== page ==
We recently removed 2000W of flexible panels (after the very telling 2 year warranty period had expired) from this motorhome. This amount of solar was a substantial investment, and a substantial loss. Only after the panels were removed, due to poor performance and poor aesthetics, were the burn marks noticed.
You're welcome. There is a reason AM Solar has been in business so long. It's because we don't work with garbage.
This is the first solar power system we have installed in a horse trailer. This client is an avid outdoor enthusiast who spends a lot of his time on horseback riding trails throughout the United States. His website is devoted to providing accurate, detailed information about the trails he rides, so that other riders know what to expect when tackling a new trail. He came to us to have solar power installed so that he could charge the equipment he uses to document his journeys without draining his batteries. The solar power system we installed will allow him to record and share his adventures without having to worry about his batteries dying at an inopportune moment. Check out his website at www.trailmeister.com
This client came to us equipped with a Goal Zero Yeti 400 Portable Power Station, a Zamp 100W solar panel, and a 30A Zamp charge controller. Her primary use for the Yeti 400 Power Station was to power her CPAP machine, which she was able to do for about 2 nights before it needed to be recharged. She used the Zamp solar system to power her refrigerator, but 100W wasn’t enough to keep up with the refrigerator’s power needs. We upgraded her solar system to 260W using a Zamp 170W panel, and a Zamp 90W panel, which we bolted together using two angle aluminum bars. We installed a conveniently placed outlet for her CPAP machine, which is now powered directly from her house batteries, along with her refrigerator. Now she has a solar power system that meets her energy usage needs without the worry of charging the Yeti 400, or her food getting warm.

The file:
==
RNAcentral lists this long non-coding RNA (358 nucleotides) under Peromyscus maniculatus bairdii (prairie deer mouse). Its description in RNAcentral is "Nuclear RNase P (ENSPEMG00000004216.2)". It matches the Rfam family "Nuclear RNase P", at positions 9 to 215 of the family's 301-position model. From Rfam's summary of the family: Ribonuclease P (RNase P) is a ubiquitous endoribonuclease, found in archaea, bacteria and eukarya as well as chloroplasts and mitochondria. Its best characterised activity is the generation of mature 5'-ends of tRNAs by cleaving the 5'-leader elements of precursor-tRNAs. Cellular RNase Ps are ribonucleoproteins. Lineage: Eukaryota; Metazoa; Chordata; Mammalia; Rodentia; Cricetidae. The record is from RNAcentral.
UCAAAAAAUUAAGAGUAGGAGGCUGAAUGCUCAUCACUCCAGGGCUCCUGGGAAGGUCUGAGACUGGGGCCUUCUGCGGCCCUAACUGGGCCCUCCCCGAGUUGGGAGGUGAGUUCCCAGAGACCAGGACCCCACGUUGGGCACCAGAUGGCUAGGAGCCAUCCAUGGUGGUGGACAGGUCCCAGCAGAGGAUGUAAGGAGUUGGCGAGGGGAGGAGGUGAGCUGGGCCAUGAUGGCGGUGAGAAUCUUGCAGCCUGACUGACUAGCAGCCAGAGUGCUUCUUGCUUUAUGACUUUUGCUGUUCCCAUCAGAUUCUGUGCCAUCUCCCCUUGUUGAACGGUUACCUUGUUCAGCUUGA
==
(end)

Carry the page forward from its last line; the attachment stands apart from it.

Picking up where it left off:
We installed a Blue Sky system for this client several years ago, and they recently came back to have a new solar power system installed in their new coach. Their primary need for a solar power system is to offset the energy used by their residential refrigerator. We installed 680W of solar power on their roof, about three-fourths of which will go towards powering their refrigerator. In ideal conditions (lots of sun) the excess solar power can be used to charge their batteries faster. Sometimes conditions are less than ideal though (not enough sun), which is why no one complains about having too much solar power.
These clients like to travel around the country with the goal of avoiding hot weather. They are headed for Alaska for the next several months, and on their way, they stopped by to have solar power installed to offset some of their electrical usage. We installed 400W of solar power on their roof, and the majority of their system control components were installed under their bed. This Airstream came with a Zamp portable solar panel plug, which they wanted to be integrated into the solar system we installed. We set up this system with expansion in mind, so if they find that 400W isn’t enough to offset their light DC loads, they have the option of using a portable panel, and/or they could choose to install up to another 200W on their roof.